FinanceAsia and Clifford Chance recently collaborated on an M&A survey. Roger Denny, head of Asia-Pacific M&A for the law firm, discusses the survey findings in detail.
How is the prevailing environment affecting outbound M&A deals?
The market uncertainty is clearly creating an unsettled environment and if that continues it will affect some deal activity. However, companies in the Asia-Pacific region also see the environment as an opportunity for strategic transactions and to take advantage of depressed valuations and we are optimistic that will continue to drive outbound activity. The rationale for companies in the region to secure supplies of natural resources, acquire new platforms for growth, and reposition their businesses remains unchanged.
What is your expectation for inbound M&A?
One of the biggest challenges for inbound M&A by companies based in the west is getting comfortable with targets. Western acquirers’ enthusiasm could also be influenced adversely by their concerns about their home markets. Notwithstanding the volatility, we are still seeing a number of serious buyers and sellers. But on a relative basis we expect Asia outbound M&A and intra-Asian M&A to be stronger than inbound in the short- to medium-term.
Is the confidence of CEOs in the region high enough for them to spend time on M&A?
Yes, many CEOs in the region are reasonably confident about their businesses long term and in some cases, for example, Japanese companies, there are good reasons for them to seek growth outside the home market. The opportunity to acquire assets which might otherwise not be available will drive them, despite uncertainties regarding some target markets. If strong markets come back, the difficulties in securing these assets will also return.
Has the tighter liquidity situation affected deals?
Tightening in the availability of funding will have an adverse effect on some buyers. However, and somewhat surprisingly, funding is not one of the biggest concerns for acquirers [according to survey respondents]. That could reflect the fact that navigating various other hurdles in cross-border M&A deals in Asia continues to be challenging before they even reach the issue of funding. These challenges include understanding and navigating the legal and regulatory environment, especially for foreigners, reliable due diligence, and negotiating good structures and protections.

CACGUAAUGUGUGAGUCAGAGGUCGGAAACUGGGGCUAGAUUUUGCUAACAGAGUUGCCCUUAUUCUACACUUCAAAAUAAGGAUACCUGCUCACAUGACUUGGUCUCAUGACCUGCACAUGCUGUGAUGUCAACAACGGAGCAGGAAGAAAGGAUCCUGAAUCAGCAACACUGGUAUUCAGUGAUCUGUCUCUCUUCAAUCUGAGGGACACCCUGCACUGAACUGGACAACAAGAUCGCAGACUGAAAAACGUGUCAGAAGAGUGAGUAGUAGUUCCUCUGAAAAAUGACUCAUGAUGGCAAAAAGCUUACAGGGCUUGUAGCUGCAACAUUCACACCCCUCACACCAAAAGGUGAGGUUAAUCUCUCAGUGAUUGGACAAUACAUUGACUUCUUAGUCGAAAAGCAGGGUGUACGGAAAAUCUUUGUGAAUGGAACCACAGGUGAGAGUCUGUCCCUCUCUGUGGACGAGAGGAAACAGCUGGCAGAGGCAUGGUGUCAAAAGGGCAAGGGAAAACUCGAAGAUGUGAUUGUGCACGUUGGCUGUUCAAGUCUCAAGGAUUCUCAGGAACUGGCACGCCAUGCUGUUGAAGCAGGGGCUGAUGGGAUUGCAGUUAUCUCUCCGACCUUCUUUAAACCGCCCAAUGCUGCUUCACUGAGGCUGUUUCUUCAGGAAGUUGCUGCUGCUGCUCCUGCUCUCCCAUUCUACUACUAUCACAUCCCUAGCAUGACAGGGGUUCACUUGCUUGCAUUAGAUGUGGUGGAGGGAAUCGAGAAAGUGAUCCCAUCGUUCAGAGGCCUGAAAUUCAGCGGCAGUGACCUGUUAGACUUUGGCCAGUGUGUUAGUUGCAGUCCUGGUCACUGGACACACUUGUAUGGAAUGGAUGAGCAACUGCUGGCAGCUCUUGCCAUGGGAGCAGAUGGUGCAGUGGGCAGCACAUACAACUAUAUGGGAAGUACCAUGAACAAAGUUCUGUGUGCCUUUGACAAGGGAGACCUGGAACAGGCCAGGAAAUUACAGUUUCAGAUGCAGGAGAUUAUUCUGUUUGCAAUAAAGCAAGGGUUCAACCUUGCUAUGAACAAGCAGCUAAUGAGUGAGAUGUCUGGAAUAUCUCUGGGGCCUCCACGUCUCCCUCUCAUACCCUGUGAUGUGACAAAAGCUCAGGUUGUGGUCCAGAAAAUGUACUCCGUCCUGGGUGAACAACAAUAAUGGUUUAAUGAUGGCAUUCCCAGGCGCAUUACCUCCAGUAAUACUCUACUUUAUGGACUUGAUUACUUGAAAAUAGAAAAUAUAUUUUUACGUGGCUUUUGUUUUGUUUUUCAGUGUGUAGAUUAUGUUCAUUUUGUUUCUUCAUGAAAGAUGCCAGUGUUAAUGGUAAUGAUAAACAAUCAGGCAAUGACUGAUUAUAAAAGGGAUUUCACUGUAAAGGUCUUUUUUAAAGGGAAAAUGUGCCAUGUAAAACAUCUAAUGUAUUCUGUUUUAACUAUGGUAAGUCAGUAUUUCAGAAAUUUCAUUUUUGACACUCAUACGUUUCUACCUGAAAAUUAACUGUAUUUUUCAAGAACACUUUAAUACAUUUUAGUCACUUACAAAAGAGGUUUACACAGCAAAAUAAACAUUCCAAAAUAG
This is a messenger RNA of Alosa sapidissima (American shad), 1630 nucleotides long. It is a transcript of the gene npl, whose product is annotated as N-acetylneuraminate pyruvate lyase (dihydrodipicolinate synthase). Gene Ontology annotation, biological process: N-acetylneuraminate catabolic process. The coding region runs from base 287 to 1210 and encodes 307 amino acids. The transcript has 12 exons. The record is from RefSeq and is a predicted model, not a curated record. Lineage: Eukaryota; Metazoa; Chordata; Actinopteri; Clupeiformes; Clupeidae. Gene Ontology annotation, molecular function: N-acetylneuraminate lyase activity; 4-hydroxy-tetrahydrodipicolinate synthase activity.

Will private-equity firms continue to pursue investments in Asia?
Yes, on the right terms. I’d observe that many of our PE clients are reasonably mature in Asian markets and have made numerous investments. What could impede further deals is the gap in value expectations between buyers and sellers, which tends to widen in periods of uncertainty. Bridging that gap can be done with certain structures but it’s an added challenge.
Which sectors are you bullish on?
The strong response in the survey for natural resources and consumer goods and retail reflects our experience — particularly through our new offices in Australia, where we continue to see strong demand from both international and domestic investors in the resources sector. We are also seeing considerable levels of activity in the financial institution sector. It is very broad based, involving bank, insurance, asset management, wealth management and securities businesses. There are various drivers for this, notably strategic refocusing or repositioning, the desire to acquire platforms in new markets for future growth and a reaction to changes in the regulatory landscape.
What other trends have you noticed with respect to outbound M&A?
With respect to China specifically I’d note that in the past buyers were pursuing more majority, control stake transactions. They are now treading more cautiously, often considering teaming up with local partners and looking at a step-by-step approach, which also often attracts less regulatory and political attention. This is a common approach for MNCs entering new markets and indicates in some respects the maturing of Asian and specifically Chinese acquirers. It could also be beneficial in the prevailing volatility. In difficult environments, doing minority stake deals obviously lessens the immediate exposure whilst potentially securing the right to increase the stake later.